Severine (Catherine Deneuve) is newly wed to a successful, young, handsome Parisian doctor, Pierre (Jean Sorel). He loves her deeply, but yearns for her to express her love in more sexual ways. Severine is chaste in her marriage, but her fantasy life is vivid and encompassing. She moves from reserve to abandonment in her mind, and we find ourselves involved in her life and her fantasies. She learns of a place where well-to-do, bored young wives play at being prostitutes. She's drawn to the idea and finally begins a hidden life from her husband, but only from 2 p.m. to 5 p.m. She becomes Belle de Jour. She finds a need for released sexuality, and for humiliation and masochism. One of her clients is a young, tough hood with steel teeth, a sword cane and brutal manners. She's drawn to him, but who is using whom? She pulls back, and a confrontation may or may not be conclusive. Is it real, or another fantasy?
This is a great Bunuel film, sexual, serious, satirical. It's all about what's going on in Severine's head, and the erotic sexual life she lives. And its about sexual fantasies, most of which appear absurd when looked at. While Severine's story is fascinating, there is much of Bunuel's typical love of fetish at what he shows. The movie opens with Severine and Pierre taking a horse-drawn carriage ride into the country. The bells on the carriage begin to jingle and Pierre stops the carriage and orders the two drivers to pull Severine from the carriage, whip her and rape her. When did the fantasy in Severine's head start? In one scene Pierre and his saturnine friend played by Michel Piccoli are in the country and begin shoveling black, stinking mud into a pail. In the next instance we see Piccoli throwing handsfull of mud onto Severine, tied up and dressed in a virginal white gown. Throughout the movie the sounds of bells tinkling and cats mewing trigger a shift into erotic fantasy for Severine.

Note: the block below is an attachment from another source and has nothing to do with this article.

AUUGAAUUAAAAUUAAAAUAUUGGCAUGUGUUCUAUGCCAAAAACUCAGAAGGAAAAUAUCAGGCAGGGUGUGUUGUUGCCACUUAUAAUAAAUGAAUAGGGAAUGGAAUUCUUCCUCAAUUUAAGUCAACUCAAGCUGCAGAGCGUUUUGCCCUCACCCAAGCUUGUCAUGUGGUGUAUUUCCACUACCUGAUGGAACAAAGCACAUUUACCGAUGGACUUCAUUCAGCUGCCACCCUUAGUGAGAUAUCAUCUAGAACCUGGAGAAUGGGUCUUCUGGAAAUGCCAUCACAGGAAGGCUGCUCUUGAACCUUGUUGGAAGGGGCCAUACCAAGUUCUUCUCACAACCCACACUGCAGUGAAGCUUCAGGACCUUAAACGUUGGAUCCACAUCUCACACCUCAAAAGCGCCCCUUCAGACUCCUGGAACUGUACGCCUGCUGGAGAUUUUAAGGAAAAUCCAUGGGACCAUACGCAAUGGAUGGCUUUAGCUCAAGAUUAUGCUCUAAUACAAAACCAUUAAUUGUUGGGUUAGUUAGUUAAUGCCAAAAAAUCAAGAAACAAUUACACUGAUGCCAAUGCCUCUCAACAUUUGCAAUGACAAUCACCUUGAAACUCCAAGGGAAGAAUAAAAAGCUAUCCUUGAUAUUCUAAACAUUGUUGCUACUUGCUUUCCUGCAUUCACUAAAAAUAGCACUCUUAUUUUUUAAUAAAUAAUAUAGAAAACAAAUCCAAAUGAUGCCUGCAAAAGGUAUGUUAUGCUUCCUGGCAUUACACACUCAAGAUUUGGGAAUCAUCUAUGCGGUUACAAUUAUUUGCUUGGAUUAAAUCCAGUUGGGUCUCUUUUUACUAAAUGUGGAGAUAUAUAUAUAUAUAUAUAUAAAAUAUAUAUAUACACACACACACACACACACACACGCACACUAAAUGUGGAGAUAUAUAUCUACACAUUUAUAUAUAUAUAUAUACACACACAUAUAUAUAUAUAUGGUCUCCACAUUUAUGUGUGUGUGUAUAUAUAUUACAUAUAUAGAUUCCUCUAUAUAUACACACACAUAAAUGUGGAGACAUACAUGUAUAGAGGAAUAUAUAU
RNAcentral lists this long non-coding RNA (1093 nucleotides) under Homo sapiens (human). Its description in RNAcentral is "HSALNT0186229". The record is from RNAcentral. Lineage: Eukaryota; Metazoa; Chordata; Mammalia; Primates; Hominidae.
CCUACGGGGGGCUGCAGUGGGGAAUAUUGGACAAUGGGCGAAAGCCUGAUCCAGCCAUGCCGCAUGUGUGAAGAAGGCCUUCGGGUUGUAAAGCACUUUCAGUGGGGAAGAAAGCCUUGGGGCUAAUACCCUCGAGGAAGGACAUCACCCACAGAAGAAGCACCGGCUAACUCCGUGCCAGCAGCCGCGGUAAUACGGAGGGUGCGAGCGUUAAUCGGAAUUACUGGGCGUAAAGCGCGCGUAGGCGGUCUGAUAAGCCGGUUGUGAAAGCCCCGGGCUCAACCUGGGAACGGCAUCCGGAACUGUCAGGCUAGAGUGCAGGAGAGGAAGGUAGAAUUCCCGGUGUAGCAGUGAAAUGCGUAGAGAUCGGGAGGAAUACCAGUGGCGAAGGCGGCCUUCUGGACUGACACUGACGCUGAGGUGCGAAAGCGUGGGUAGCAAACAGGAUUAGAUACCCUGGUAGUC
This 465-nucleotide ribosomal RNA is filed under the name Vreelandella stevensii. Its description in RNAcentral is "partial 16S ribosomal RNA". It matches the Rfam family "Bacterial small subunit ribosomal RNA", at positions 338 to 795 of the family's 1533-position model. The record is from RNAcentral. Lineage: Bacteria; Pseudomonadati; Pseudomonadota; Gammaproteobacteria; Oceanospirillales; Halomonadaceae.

Bunuel's satiric look at mankind also shows through clearly. Severine, working afternoons as Belle de Jour, encounters a world famous gynecologist who dresses as a servant so he can be humiliated by a prostitute acting as the lady of the house. There is the large man with something in a small, enameled box that buzzes which makes one of the women say, "No," but which intrigues Severine. We never learn what's in the box. There is the duke who is aroused only when he can play the mourner with a woman pretending to be a corpse in an open casket. It all sounds grotesque, but it's funny, too. And there's not a moment of explicit sex in the film, and only a glimpse of partial nudity.
The movie is almost 40 years old and is still a fascinating look into Severine's life and her fantasies, and probably into ours as well. Deneuve is what makes the movie work. She may appear at first to be a perfectly groomed ice queen, but before long you know that a great deal is happening behind that face. Like Isabelle Huppert, she can imply serious, unsettling emotions just by looking calm.